Early spring at the Trempealeau National Wildlife Refuge

On this beautiful but cool Saturday before Easter Sunday, I awoke to a bright and sunny morning. The snow has all melted in this area but now and then the cool nights still get below freezing. It was a perfect morning to head over to the Trempealeau National Wildlife Refuge just across the river from Winona to get some practice with my photo equipment before heading up north in a few weeks.

I knew there would not be a lot to photograph this early in the season but I also knew there would probably be surprises for us as there always seems to be when we visit the Refuge. Pam and I always enjoy the peaceful serenity of the refuge as we drive around the refuge enjoying all of the early morning sights and sounds. We find it healing and refreshing to watch the antics of the newly awakened wildlife and find ourselves drifting away from the everyday anxieties and problems of the world.

As we entered the refuge, three Bald Eagles startled us as they flushed from a tree next to the entrance road. Without saying a word to each other we both knew this was a good omen to start the day. We took a leisurely drive around the refuge watching, photographing and listening to the wildlife that was present. A short distance in from the refuge entrance we watched ducks and other birds get ready for the day. Pam looked across the road from the ducks we were watching and asked if those were ducks sitting in a tree. I guess it is not that rare but she was right as there were two ducks sitting on the limb of a tree. It just did not look right. The loud calls of some Sandhill Cranes broke the silence of the morning now and then but they never showed themselves.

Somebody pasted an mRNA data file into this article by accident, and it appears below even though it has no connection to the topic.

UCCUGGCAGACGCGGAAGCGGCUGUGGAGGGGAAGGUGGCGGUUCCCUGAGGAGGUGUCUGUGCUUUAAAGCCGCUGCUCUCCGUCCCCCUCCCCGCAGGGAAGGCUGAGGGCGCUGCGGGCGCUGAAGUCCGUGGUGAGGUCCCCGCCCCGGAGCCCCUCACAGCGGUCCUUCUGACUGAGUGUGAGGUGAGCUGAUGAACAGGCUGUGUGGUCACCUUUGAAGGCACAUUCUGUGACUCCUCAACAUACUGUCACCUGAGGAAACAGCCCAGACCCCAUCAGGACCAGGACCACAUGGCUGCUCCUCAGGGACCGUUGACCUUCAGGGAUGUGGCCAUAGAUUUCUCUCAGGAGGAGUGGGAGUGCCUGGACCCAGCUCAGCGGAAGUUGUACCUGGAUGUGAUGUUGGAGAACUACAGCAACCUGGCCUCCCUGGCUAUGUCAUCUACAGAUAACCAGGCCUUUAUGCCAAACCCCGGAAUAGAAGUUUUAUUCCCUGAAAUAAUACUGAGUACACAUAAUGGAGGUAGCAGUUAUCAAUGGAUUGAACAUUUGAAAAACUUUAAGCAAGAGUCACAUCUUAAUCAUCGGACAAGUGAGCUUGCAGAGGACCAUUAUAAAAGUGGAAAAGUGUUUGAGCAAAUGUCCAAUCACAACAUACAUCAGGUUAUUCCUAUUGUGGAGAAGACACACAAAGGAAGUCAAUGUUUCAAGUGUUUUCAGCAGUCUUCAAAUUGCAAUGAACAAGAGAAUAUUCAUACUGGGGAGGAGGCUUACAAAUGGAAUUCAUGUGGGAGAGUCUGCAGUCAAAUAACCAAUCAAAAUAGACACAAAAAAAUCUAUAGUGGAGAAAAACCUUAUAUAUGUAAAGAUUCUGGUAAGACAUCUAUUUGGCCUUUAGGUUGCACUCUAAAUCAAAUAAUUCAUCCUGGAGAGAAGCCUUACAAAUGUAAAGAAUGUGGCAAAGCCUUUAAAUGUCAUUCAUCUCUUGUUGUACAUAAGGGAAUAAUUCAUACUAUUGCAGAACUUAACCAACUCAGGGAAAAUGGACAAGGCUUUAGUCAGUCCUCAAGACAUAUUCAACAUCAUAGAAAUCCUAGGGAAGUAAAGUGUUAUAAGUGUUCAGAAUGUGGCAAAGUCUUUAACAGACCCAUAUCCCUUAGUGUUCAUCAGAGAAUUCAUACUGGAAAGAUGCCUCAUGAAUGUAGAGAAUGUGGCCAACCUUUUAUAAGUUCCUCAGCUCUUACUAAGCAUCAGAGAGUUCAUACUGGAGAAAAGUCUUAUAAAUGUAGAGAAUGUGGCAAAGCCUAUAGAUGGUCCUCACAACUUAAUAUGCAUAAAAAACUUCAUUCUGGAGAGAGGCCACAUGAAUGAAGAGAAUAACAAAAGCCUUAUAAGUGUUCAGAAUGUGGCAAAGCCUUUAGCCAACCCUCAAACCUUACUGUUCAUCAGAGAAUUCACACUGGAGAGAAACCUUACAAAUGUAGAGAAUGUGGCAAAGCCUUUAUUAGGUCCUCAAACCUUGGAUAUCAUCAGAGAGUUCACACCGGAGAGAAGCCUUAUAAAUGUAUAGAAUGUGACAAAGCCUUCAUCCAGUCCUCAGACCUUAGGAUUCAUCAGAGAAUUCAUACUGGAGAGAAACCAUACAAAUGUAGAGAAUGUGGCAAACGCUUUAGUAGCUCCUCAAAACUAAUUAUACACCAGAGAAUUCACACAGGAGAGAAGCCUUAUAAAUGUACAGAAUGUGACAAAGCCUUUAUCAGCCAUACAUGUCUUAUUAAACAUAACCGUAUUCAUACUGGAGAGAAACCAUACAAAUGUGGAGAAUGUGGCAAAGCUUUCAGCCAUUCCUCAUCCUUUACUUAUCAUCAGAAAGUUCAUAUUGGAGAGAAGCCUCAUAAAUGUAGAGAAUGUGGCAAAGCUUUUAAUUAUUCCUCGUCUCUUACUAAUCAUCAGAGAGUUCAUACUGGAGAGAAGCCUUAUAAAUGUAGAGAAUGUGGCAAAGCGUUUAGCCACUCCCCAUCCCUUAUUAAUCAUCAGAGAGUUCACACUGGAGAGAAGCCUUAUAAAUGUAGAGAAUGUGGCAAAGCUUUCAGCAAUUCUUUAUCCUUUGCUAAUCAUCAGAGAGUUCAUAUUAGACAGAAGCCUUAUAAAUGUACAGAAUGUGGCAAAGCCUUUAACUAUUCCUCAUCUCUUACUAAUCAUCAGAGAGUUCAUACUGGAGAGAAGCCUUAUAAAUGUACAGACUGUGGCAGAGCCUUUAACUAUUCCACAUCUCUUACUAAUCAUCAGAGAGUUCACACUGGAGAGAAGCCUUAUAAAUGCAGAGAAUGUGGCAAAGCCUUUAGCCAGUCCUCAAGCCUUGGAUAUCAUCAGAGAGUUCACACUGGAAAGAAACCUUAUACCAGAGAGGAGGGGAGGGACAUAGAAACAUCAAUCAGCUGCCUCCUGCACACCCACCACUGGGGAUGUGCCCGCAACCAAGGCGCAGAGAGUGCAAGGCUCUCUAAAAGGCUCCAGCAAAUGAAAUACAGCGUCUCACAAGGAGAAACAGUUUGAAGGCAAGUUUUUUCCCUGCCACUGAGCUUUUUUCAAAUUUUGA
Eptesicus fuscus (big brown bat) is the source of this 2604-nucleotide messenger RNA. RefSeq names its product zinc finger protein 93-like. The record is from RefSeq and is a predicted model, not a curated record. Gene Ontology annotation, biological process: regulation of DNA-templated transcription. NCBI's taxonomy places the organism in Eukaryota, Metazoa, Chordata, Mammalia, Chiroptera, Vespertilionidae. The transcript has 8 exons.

The images posted below were from our trip today. I had a good time working with the telephoto lens again and I was able to get some wildlife shots. I hope my images convey some of the beauty and serenity we experienced and hope they help promote the need for us to preserve and protect these precious gifts.



These Blue-winged Teal were bathing and preparing for the day and did not
seem to mind the Common Grackles that were feeding nearby.

Stretching and drying in the warm morning sunlight.

Bathing in the slough.
 
Hidden in these drab reeds is a pair of Common Snipe. I almost missed them
but caught a glimpse when one of them moved. Click on the image to
enlarge it and you will find them just above the waterline near the center of
the image.
This Red Squirrel tried and almost succeeded in evading my quick telephoto
lens. 


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